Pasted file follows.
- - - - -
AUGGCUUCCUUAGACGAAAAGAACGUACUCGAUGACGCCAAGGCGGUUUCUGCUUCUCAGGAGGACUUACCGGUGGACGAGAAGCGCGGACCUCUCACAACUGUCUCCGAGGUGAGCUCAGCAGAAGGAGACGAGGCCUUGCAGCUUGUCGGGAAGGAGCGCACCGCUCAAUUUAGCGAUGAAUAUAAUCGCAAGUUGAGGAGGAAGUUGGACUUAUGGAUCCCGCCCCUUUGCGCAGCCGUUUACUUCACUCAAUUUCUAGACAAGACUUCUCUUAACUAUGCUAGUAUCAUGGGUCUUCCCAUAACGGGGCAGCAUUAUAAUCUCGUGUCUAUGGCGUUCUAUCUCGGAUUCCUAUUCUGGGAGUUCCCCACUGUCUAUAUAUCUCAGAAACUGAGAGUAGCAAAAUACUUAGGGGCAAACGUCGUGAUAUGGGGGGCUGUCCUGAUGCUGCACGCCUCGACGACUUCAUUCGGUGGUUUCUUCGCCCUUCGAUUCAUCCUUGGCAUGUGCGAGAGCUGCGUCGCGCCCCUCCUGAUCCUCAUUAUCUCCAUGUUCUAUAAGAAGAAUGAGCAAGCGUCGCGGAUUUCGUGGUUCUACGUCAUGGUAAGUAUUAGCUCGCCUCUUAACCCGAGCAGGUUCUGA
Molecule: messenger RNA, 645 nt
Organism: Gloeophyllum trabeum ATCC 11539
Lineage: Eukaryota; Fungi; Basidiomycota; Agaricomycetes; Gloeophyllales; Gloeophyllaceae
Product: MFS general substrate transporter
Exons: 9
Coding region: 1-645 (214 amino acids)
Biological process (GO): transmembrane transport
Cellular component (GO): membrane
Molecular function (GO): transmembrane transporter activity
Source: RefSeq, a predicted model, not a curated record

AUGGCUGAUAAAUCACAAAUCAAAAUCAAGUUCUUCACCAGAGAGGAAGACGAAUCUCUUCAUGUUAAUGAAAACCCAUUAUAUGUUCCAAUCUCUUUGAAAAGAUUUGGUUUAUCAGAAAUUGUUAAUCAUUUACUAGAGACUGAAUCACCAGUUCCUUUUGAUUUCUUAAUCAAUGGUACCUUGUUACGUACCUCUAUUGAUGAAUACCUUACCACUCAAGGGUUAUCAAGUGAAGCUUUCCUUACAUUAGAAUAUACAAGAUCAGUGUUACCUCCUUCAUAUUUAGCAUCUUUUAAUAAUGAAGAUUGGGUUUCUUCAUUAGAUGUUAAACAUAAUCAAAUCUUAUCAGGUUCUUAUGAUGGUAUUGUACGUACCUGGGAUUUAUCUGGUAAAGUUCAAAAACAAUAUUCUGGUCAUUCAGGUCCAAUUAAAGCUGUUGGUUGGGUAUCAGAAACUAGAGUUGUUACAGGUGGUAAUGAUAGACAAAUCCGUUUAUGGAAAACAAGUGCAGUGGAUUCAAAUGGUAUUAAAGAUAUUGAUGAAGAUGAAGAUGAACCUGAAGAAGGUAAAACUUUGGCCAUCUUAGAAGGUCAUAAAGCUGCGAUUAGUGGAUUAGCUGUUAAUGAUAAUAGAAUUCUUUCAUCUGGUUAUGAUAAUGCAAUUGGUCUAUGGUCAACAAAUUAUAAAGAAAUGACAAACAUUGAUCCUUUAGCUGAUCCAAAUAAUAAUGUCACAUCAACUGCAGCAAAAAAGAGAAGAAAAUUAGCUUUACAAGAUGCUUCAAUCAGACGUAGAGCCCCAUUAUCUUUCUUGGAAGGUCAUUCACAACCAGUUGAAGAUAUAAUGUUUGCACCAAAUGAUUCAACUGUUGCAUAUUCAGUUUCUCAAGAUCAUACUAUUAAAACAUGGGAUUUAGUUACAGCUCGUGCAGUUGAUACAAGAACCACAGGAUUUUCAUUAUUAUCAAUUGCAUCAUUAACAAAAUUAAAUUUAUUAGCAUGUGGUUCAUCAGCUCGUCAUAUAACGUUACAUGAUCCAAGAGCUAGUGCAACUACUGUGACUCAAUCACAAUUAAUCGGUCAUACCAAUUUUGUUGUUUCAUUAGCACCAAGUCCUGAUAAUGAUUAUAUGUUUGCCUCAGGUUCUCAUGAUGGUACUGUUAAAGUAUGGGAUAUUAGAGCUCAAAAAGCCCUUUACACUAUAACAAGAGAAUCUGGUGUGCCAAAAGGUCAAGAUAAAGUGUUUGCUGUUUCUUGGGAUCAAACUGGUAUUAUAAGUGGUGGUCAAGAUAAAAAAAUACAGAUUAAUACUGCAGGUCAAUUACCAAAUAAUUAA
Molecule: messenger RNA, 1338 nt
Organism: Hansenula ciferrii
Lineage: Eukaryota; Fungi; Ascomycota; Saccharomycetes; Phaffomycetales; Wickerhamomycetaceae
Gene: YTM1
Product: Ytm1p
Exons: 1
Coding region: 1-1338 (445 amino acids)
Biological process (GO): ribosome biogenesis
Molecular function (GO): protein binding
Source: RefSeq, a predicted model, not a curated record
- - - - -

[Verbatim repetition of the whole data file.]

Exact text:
AUGGCUUCCUUAGACGAAAAGAACGUACUCGAUGACGCCAAGGCGGUUUCUGCUUCUCAGGAGGACUUACCGGUGGACGAGAAGCGCGGACCUCUCACAACUGUCUCCGAGGUGAGCUCAGCAGAAGGAGACGAGGCCUUGCAGCUUGUCGGGAAGGAGCGCACCGCUCAAUUUAGCGAUGAAUAUAAUCGCAAGUUGAGGAGGAAGUUGGACUUAUGGAUCCCGCCCCUUUGCGCAGCCGUUUACUUCACUCAAUUUCUAGACAAGACUUCUCUUAACUAUGCUAGUAUCAUGGGUCUUCCCAUAACGGGGCAGCAUUAUAAUCUCGUGUCUAUGGCGUUCUAUCUCGGAUUCCUAUUCUGGGAGUUCCCCACUGUCUAUAUAUCUCAGAAACUGAGAGUAGCAAAAUACUUAGGGGCAAACGUCGUGAUAUGGGGGGCUGUCCUGAUGCUGCACGCCUCGACGACUUCAUUCGGUGGUUUCUUCGCCCUUCGAUUCAUCCUUGGCAUGUGCGAGAGCUGCGUCGCGCCCCUCCUGAUCCUCAUUAUCUCCAUGUUCUAUAAGAAGAAUGAGCAAGCGUCGCGGAUUUCGUGGUUCUACGUCAUGGUAAGUAUUAGCUCGCCUCUUAACCCGAGCAGGUUCUGA
Molecule: messenger RNA, 645 nt
Organism: Gloeophyllum trabeum ATCC 11539
Lineage: Eukaryota; Fungi; Basidiomycota; Agaricomycetes; Gloeophyllales; Gloeophyllaceae
Product: MFS general substrate transporter
Exons: 9
Coding region: 1-645 (214 amino acids)
Biological process (GO): transmembrane transport
Cellular component (GO): membrane
Molecular function (GO): transmembrane transporter activity
Source: RefSeq, a predicted model, not a curated record

AUGGCUGAUAAAUCACAAAUCAAAAUCAAGUUCUUCACCAGAGAGGAAGACGAAUCUCUUCAUGUUAAUGAAAACCCAUUAUAUGUUCCAAUCUCUUUGAAAAGAUUUGGUUUAUCAGAAAUUGUUAAUCAUUUACUAGAGACUGAAUCACCAGUUCCUUUUGAUUUCUUAAUCAAUGGUACCUUGUUACGUACCUCUAUUGAUGAAUACCUUACCACUCAAGGGUUAUCAAGUGAAGCUUUCCUUACAUUAGAAUAUACAAGAUCAGUGUUACCUCCUUCAUAUUUAGCAUCUUUUAAUAAUGAAGAUUGGGUUUCUUCAUUAGAUGUUAAACAUAAUCAAAUCUUAUCAGGUUCUUAUGAUGGUAUUGUACGUACCUGGGAUUUAUCUGGUAAAGUUCAAAAACAAUAUUCUGGUCAUUCAGGUCCAAUUAAAGCUGUUGGUUGGGUAUCAGAAACUAGAGUUGUUACAGGUGGUAAUGAUAGACAAAUCCGUUUAUGGAAAACAAGUGCAGUGGAUUCAAAUGGUAUUAAAGAUAUUGAUGAAGAUGAAGAUGAACCUGAAGAAGGUAAAACUUUGGCCAUCUUAGAAGGUCAUAAAGCUGCGAUUAGUGGAUUAGCUGUUAAUGAUAAUAGAAUUCUUUCAUCUGGUUAUGAUAAUGCAAUUGGUCUAUGGUCAACAAAUUAUAAAGAAAUGACAAACAUUGAUCCUUUAGCUGAUCCAAAUAAUAAUGUCACAUCAACUGCAGCAAAAAAGAGAAGAAAAUUAGCUUUACAAGAUGCUUCAAUCAGACGUAGAGCCCCAUUAUCUUUCUUGGAAGGUCAUUCACAACCAGUUGAAGAUAUAAUGUUUGCACCAAAUGAUUCAACUGUUGCAUAUUCAGUUUCUCAAGAUCAUACUAUUAAAACAUGGGAUUUAGUUACAGCUCGUGCAGUUGAUACAAGAACCACAGGAUUUUCAUUAUUAUCAAUUGCAUCAUUAACAAAAUUAAAUUUAUUAGCAUGUGGUUCAUCAGCUCGUCAUAUAACGUUACAUGAUCCAAGAGCUAGUGCAACUACUGUGACUCAAUCACAAUUAAUCGGUCAUACCAAUUUUGUUGUUUCAUUAGCACCAAGUCCUGAUAAUGAUUAUAUGUUUGCCUCAGGUUCUCAUGAUGGUACUGUUAAAGUAUGGGAUAUUAGAGCUCAAAAAGCCCUUUACACUAUAACAAGAGAAUCUGGUGUGCCAAAAGGUCAAGAUAAAGUGUUUGCUGUUUCUUGGGAUCAAACUGGUAUUAUAAGUGGUGGUCAAGAUAAAAAAAUACAGAUUAAUACUGCAGGUCAAUUACCAAAUAAUUAA
Molecule: messenger RNA, 1338 nt
Organism: Hansenula ciferrii
Lineage: Eukaryota; Fungi; Ascomycota; Saccharomycetes; Phaffomycetales; Wickerhamomycetaceae
Gene: YTM1
Product: Ytm1p
Exons: 1
Coding region: 1-1338 (445 amino acids)
Biological process (GO): ribosome biogenesis
Molecular function (GO): protein binding
Source: RefSeq, a predicted model, not a curated record